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The first government offices in South Australia were a collection of timber and thatch buildings and included the Lands Office, the Survey Office, the Emigration Agent's office, stables, pig pens, poultry houses, servants quarters and the residences of Colonel Light and the Resident Commissioner. Tents and prefabricated buildings brought out from England were the norm due to a scarcity of lime for mortar and the intensive labour involved in masonry construction.
It was Governor Gawler who launched into a programme of erecting public buildings out of stone including Government House, the Adelaide gaol, government offices and military and police barracks.
Stylistically, most government buildings of the 19th and 20th centuries followed trends which were occurring in England. This initial colonisation period meant the elegance and symmetry of the Georgian Regency period can be seen in the design of Government House and the Treasury Building. The changes in styles and techniques of the Victorian Age did not have the opportunity to occur in South Australia until the development of the wool and wheat industries and the economic strength of these boom years from the 1860s to the 1880s. These prosperous times marked a golden age of South Australian colonial development and many of these buildings still stand.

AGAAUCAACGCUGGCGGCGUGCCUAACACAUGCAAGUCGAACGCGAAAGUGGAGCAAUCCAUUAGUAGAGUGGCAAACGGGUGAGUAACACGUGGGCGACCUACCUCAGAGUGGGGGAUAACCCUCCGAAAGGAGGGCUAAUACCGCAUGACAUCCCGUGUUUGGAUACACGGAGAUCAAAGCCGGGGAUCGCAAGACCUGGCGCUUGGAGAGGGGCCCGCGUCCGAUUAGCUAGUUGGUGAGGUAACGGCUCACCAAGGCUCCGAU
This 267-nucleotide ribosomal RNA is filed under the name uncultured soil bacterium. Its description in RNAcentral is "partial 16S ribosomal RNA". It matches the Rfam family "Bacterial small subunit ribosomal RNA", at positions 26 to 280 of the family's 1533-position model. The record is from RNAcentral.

Page, Michael F. Colonial South Australia : its people and buildings. South Melbourne : J.M. Dent, 1985.
Cole, Emily (Ed). A concise history of architectural styles. London : A. & C. Black, 2003, c2002.